Global Warming at the “Third Pole”: Risks

by | May 5, 2022 | Environmental News

Home » Environmental News » Global Warming at the “Third Pole”: Risks

A recent report by the United Nations Environment Programme (UNEP) has pointed out the increasing effects of climate change and global warming on the Third Pole. The Third Pole comprises the areas of the Pamir-Hindu Kush, the Himalayan-mountain range, the Tienshan and the Qilian-mountain range. This vast region is known as “The Third Pole” due to the amount of ice that it contains. The Third Pole stretching all the way from Afghanistan to China is the main source of drinking water for people all over India and South Asia. Global warming at the Third Pole is occurring twice as fast as the global mean. 

The rate of global warming at the Third Pole is a serious issue, considering the number of people and animals dependent on it for their survival. The Third Pole ranges around five million square kilometres and has about 100,000 square kilometres of glacier-capped mountains that feed over ten river systems and 12,000 lakes not only limited to India but in other parts of South Asia as well. According to various reports and studies, lake levels have already been rising up to 0.4m per year.  

Global warming at the Third Pole


What does this mean for South Asia?

Almost all the population in South Asia relies on agriculture for their subsistence, and as we all know, water is essential to agriculture. Global warming at the Third Pole will increase the events of water scarcity, drought, and flooding all over Asia. Environmentalists believe that the entire human population must cut greenhouse gas emissions by up to 50 percent by 2030 to keep the earth’s temperature below 1.5°C. Rain-fed seasonal rivers may not be able to sustain the population of South Asia.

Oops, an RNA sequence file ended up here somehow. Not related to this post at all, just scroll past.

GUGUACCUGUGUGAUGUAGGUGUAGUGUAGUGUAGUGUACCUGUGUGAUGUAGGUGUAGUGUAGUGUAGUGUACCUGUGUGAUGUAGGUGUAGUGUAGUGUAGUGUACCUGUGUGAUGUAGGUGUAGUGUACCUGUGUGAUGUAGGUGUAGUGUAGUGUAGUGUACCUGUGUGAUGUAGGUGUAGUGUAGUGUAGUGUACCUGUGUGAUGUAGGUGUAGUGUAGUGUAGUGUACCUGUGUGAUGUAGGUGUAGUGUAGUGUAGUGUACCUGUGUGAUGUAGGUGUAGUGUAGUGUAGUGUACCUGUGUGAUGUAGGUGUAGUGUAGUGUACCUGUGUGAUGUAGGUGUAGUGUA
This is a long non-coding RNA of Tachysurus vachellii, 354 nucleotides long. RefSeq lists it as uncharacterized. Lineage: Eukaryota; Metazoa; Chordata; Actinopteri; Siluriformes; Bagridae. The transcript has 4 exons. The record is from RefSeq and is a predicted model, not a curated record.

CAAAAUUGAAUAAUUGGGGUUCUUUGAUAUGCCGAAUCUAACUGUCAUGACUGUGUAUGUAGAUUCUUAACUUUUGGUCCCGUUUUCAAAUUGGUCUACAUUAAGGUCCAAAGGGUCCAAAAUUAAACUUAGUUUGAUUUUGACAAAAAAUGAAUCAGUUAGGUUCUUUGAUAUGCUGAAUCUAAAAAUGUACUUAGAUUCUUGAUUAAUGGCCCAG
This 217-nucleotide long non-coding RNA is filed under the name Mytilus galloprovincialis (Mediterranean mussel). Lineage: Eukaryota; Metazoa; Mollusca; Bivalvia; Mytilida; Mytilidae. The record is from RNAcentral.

Interestingly, this is not the first time that India has witnessed the phenomenon of disappearing rivers. The ancient river Sarasvati also disappeared, leaving behind the people of the Indus Valley Civilization with no proper water source. However, while the Sarasvati river disappeared due to a “natural calamity”, the disappearance or the destruction of the glacier-fed Himalayan rivers- like the Ganga, Yamuna, Brahmaputra, and Indus- will entirely be human-made. The glaciers and ice sheets will gradually start to melt away due to human activities that heat up the planet. The Ganges civilization (populations fed by the Ganges River) may face serious consequences if we do not take drastic measures. 

Also Read: Global Warming: Breaking The 1.5°C Limit For The First Time


  • Dr. Emily Greenfield

    Dr. Emily Greenfield is a highly accomplished environmentalist with over 30 years of experience in writing, reviewing, and publishing content on various environmental topics. Hailing from the United States, she has dedicated her career to raising awareness about environmental issues and promoting sustainable practices.

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